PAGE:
While the police responded with tear gas to the pension reform protests held in about 200 cities and towns in France, 30 people were detained in the incidents.
Protests against the pension reform, which envisages raising the retirement age gradually from 62 to 64, continue in France.
Although the protests were generally peaceful, there were occasional clashes between the police and radical groups.
Police Used Gas and Cops: 30 Detentions
Police used tear gas and batons to disperse extremist groups in parts of the capital, Paris, including Les Invalides, where Napoleon’s tomb is located. It was stated that 30 people were detained in the incidents.
While the French Ministry of Interior announced that 1.27 million people participated in the protests across the country, the General Confederation of Labor (CGT) stated that 2.8 million people supported the demonstrations.
Nearly 87 Thousand People Participated in the Protests
In the statement made by the police, it was stated that between 80 thousand and 87 thousand people participated in the demonstrations in Paris. While 11 thousand police officers were on duty across the country due to the demonstrations, 8 big unions supported the protests.
Schools, public transport, power stations and oil refineries were affected as thousands of workers went on strike. TotalEnergies announced that at least three-quarters of workers at oil refineries and fuel depots have quit their jobs. France’s electricity supply decreased by about 5 percent, or 3.3 gigawatts (GW), as workers at nuclear reactors and thermal power plants joined the strike, according to energy company EDF data.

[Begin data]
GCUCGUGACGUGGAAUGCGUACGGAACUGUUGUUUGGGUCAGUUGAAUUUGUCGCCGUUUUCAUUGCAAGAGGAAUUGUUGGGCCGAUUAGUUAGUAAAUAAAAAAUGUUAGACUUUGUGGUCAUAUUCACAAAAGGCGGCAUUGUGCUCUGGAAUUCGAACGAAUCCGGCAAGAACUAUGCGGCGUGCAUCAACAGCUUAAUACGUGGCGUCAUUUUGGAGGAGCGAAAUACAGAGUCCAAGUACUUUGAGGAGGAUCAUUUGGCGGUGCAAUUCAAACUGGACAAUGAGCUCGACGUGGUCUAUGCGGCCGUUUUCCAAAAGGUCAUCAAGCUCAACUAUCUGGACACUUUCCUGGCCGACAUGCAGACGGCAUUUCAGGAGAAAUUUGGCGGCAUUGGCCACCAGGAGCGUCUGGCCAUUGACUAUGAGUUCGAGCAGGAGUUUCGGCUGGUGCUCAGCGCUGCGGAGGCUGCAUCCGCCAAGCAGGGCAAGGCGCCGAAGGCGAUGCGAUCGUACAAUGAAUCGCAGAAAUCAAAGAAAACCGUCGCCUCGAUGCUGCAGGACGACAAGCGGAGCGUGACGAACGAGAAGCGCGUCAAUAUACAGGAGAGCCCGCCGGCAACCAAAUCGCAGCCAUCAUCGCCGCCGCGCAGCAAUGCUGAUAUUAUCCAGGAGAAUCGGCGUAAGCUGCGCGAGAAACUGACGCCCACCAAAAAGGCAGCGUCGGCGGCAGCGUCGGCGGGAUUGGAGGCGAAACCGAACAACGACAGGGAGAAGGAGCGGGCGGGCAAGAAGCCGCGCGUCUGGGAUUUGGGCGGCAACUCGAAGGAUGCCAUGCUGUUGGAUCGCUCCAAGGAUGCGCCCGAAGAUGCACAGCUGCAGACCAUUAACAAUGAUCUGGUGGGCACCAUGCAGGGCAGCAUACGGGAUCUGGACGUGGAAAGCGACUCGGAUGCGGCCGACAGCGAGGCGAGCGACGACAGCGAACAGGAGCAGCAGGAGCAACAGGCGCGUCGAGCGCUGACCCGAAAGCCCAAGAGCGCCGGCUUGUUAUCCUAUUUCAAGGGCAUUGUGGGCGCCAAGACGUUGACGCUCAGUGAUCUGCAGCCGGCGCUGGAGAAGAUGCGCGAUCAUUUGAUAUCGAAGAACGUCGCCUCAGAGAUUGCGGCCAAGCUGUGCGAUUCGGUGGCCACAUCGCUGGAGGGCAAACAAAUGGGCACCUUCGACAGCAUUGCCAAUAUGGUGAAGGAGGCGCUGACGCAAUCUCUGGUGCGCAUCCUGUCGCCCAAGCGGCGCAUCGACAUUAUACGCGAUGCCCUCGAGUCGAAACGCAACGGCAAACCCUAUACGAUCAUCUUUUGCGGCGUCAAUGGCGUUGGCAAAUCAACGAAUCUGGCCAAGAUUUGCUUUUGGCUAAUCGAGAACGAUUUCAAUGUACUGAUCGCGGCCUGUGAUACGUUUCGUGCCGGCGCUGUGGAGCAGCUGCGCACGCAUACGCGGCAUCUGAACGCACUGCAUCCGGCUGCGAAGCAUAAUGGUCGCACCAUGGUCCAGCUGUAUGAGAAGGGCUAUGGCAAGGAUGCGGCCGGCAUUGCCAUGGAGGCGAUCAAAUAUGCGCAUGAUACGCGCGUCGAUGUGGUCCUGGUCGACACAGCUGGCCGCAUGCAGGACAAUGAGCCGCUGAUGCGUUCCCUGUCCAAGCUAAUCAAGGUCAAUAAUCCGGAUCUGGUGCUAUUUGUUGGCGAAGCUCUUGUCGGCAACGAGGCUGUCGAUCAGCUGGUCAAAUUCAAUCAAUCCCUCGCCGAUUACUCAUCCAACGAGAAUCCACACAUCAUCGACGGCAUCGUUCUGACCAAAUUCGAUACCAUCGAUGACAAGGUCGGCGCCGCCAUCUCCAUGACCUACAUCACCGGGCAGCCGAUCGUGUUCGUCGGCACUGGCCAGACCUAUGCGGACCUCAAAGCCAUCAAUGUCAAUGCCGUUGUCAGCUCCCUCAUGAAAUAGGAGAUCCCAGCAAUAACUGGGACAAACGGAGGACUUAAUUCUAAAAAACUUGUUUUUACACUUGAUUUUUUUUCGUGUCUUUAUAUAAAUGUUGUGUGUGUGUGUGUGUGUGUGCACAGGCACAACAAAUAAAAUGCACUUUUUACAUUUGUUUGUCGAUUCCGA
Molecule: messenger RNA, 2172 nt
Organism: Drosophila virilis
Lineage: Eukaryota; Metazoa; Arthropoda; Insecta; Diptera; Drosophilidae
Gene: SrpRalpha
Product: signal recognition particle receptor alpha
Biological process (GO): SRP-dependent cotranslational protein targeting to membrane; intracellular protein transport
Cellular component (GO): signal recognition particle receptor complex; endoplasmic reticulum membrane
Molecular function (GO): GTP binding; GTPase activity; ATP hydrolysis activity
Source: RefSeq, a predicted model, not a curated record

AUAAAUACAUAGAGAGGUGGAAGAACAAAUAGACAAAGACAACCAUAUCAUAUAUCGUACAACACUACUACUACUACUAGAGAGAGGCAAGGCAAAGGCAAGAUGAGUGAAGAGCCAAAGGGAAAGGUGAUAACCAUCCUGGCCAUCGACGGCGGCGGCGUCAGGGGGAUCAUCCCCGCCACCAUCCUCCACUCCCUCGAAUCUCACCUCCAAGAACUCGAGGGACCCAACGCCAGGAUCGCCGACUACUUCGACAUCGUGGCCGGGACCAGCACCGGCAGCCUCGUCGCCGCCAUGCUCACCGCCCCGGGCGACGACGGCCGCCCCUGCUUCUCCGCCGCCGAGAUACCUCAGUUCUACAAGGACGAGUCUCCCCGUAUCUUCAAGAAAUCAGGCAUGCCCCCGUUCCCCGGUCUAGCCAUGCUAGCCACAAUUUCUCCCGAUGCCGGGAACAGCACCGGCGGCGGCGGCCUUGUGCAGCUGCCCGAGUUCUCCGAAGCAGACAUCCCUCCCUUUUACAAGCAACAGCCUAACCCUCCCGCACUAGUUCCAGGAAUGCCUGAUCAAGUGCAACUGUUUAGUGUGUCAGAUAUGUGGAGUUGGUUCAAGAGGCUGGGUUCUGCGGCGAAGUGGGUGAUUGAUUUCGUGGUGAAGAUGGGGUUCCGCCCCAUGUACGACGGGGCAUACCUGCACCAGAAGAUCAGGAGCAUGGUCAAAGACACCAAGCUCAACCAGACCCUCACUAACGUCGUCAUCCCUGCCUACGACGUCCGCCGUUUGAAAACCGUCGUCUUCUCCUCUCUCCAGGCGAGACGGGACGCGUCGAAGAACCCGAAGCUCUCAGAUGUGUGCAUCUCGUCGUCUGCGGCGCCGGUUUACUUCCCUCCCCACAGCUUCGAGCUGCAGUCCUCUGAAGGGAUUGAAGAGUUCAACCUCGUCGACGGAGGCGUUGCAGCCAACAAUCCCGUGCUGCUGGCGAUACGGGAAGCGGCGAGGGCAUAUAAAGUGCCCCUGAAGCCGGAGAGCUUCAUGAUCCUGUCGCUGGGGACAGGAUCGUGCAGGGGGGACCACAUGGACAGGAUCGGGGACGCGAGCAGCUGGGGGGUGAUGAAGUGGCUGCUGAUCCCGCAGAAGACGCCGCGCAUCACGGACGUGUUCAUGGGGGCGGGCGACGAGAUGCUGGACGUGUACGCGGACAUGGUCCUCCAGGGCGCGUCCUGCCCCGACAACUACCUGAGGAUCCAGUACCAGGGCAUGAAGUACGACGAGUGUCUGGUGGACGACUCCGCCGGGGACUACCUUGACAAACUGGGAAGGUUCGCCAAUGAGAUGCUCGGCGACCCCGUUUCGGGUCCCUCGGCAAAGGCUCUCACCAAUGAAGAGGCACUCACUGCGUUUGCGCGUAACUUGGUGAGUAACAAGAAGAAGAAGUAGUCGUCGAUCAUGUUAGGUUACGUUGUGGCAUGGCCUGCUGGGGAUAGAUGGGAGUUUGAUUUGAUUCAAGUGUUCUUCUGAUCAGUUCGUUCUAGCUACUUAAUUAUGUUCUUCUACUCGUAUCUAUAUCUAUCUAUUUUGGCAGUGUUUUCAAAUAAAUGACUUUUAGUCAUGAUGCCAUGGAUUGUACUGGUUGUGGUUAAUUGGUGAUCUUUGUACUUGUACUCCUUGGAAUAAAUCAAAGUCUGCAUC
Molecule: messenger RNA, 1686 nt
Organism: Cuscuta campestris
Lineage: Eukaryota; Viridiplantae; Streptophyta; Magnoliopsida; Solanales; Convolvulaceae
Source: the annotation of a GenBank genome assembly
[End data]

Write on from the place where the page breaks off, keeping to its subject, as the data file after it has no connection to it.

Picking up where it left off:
In Order to Retire, It Will Be Necessary to Have Worked for 43 Years As of 2027
According to the controversial law, the retirement age in France will be gradually increased by 3 months a year from September this year, reaching 63 years 3 months in 2027 and 64 years in 2030. In order to retire in the country, it will be necessary to have worked for 43 years from 2027. The retirement age of 62 in France is lower than in many other countries in Western Europe. The retirement age is 65 in Spain and 66 in the UK, while Italy and Germany plan to raise the retirement age to 67.